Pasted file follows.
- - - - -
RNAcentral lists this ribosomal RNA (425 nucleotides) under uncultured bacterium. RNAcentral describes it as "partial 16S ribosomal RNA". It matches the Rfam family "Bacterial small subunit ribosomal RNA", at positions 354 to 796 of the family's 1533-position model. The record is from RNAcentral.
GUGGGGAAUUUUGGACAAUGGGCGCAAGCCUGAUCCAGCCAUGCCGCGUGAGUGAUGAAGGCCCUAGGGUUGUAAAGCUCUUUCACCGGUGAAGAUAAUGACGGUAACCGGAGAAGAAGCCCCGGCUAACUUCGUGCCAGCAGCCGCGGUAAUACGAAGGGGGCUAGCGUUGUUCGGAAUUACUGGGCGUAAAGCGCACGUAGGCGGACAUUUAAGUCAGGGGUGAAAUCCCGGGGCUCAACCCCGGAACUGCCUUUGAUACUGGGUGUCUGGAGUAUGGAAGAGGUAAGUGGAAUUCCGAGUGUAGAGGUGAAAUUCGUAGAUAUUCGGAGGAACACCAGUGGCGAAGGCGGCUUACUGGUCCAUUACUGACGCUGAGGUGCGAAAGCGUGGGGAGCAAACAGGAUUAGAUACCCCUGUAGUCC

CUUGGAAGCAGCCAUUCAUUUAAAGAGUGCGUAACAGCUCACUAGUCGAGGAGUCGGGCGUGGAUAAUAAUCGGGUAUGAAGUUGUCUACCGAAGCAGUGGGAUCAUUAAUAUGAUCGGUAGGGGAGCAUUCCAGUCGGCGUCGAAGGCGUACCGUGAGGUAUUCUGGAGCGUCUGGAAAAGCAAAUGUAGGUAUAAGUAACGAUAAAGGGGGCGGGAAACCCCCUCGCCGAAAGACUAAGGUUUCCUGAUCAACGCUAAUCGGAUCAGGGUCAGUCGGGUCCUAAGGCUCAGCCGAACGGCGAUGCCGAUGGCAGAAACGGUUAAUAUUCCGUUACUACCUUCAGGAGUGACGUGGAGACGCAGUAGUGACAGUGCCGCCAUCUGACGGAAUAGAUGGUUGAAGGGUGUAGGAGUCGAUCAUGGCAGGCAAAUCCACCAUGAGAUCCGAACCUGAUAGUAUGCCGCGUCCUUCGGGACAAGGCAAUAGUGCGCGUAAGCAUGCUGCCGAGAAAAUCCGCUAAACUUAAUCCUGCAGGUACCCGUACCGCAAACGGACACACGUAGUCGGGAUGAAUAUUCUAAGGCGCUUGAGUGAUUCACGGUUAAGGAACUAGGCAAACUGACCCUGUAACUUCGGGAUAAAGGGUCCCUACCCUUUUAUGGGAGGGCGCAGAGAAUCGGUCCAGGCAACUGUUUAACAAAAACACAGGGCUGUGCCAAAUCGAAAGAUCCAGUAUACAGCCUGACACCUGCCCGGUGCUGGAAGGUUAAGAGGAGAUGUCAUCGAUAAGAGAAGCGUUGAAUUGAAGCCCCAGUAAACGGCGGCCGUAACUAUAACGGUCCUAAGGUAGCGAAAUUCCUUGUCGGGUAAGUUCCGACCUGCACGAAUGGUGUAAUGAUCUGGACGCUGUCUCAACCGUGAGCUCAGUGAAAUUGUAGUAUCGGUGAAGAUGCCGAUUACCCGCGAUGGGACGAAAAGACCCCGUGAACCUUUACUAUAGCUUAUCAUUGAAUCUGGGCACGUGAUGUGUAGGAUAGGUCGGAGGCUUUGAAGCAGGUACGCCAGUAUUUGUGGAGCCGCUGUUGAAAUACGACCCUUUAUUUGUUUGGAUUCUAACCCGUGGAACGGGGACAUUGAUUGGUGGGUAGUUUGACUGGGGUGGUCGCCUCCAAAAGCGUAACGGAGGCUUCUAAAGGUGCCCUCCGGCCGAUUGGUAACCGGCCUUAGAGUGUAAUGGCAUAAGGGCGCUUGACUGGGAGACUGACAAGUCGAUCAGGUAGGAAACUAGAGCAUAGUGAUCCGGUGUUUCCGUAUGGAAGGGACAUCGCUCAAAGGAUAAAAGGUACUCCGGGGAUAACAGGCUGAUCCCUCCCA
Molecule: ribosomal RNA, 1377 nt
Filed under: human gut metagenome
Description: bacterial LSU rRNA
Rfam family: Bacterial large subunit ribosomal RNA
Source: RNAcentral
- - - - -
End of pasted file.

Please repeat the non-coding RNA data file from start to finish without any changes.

RNAcentral lists this ribosomal RNA (425 nucleotides) under uncultured bacterium. RNAcentral describes it as "partial 16S ribosomal RNA". It matches the Rfam family "Bacterial small subunit ribosomal RNA", at positions 354 to 796 of the family's 1533-position model. The record is from RNAcentral.
GUGGGGAAUUUUGGACAAUGGGCGCAAGCCUGAUCCAGCCAUGCCGCGUGAGUGAUGAAGGCCCUAGGGUUGUAAAGCUCUUUCACCGGUGAAGAUAAUGACGGUAACCGGAGAAGAAGCCCCGGCUAACUUCGUGCCAGCAGCCGCGGUAAUACGAAGGGGGCUAGCGUUGUUCGGAAUUACUGGGCGUAAAGCGCACGUAGGCGGACAUUUAAGUCAGGGGUGAAAUCCCGGGGCUCAACCCCGGAACUGCCUUUGAUACUGGGUGUCUGGAGUAUGGAAGAGGUAAGUGGAAUUCCGAGUGUAGAGGUGAAAUUCGUAGAUAUUCGGAGGAACACCAGUGGCGAAGGCGGCUUACUGGUCCAUUACUGACGCUGAGGUGCGAAAGCGUGGGGAGCAAACAGGAUUAGAUACCCCUGUAGUCC

CUUGGAAGCAGCCAUUCAUUUAAAGAGUGCGUAACAGCUCACUAGUCGAGGAGUCGGGCGUGGAUAAUAAUCGGGUAUGAAGUUGUCUACCGAAGCAGUGGGAUCAUUAAUAUGAUCGGUAGGGGAGCAUUCCAGUCGGCGUCGAAGGCGUACCGUGAGGUAUUCUGGAGCGUCUGGAAAAGCAAAUGUAGGUAUAAGUAACGAUAAAGGGGGCGGGAAACCCCCUCGCCGAAAGACUAAGGUUUCCUGAUCAACGCUAAUCGGAUCAGGGUCAGUCGGGUCCUAAGGCUCAGCCGAACGGCGAUGCCGAUGGCAGAAACGGUUAAUAUUCCGUUACUACCUUCAGGAGUGACGUGGAGACGCAGUAGUGACAGUGCCGCCAUCUGACGGAAUAGAUGGUUGAAGGGUGUAGGAGUCGAUCAUGGCAGGCAAAUCCACCAUGAGAUCCGAACCUGAUAGUAUGCCGCGUCCUUCGGGACAAGGCAAUAGUGCGCGUAAGCAUGCUGCCGAGAAAAUCCGCUAAACUUAAUCCUGCAGGUACCCGUACCGCAAACGGACACACGUAGUCGGGAUGAAUAUUCUAAGGCGCUUGAGUGAUUCACGGUUAAGGAACUAGGCAAACUGACCCUGUAACUUCGGGAUAAAGGGUCCCUACCCUUUUAUGGGAGGGCGCAGAGAAUCGGUCCAGGCAACUGUUUAACAAAAACACAGGGCUGUGCCAAAUCGAAAGAUCCAGUAUACAGCCUGACACCUGCCCGGUGCUGGAAGGUUAAGAGGAGAUGUCAUCGAUAAGAGAAGCGUUGAAUUGAAGCCCCAGUAAACGGCGGCCGUAACUAUAACGGUCCUAAGGUAGCGAAAUUCCUUGUCGGGUAAGUUCCGACCUGCACGAAUGGUGUAAUGAUCUGGACGCUGUCUCAACCGUGAGCUCAGUGAAAUUGUAGUAUCGGUGAAGAUGCCGAUUACCCGCGAUGGGACGAAAAGACCCCGUGAACCUUUACUAUAGCUUAUCAUUGAAUCUGGGCACGUGAUGUGUAGGAUAGGUCGGAGGCUUUGAAGCAGGUACGCCAGUAUUUGUGGAGCCGCUGUUGAAAUACGACCCUUUAUUUGUUUGGAUUCUAACCCGUGGAACGGGGACAUUGAUUGGUGGGUAGUUUGACUGGGGUGGUCGCCUCCAAAAGCGUAACGGAGGCUUCUAAAGGUGCCCUCCGGCCGAUUGGUAACCGGCCUUAGAGUGUAAUGGCAUAAGGGCGCUUGACUGGGAGACUGACAAGUCGAUCAGGUAGGAAACUAGAGCAUAGUGAUCCGGUGUUUCCGUAUGGAAGGGACAUCGCUCAAAGGAUAAAAGGUACUCCGGGGAUAACAGGCUGAUCCCUCCCA
Molecule: ribosomal RNA, 1377 nt
Filed under: human gut metagenome
Description: bacterial LSU rRNA
Rfam family: Bacterial large subunit ribosomal RNA
Source: RNAcentral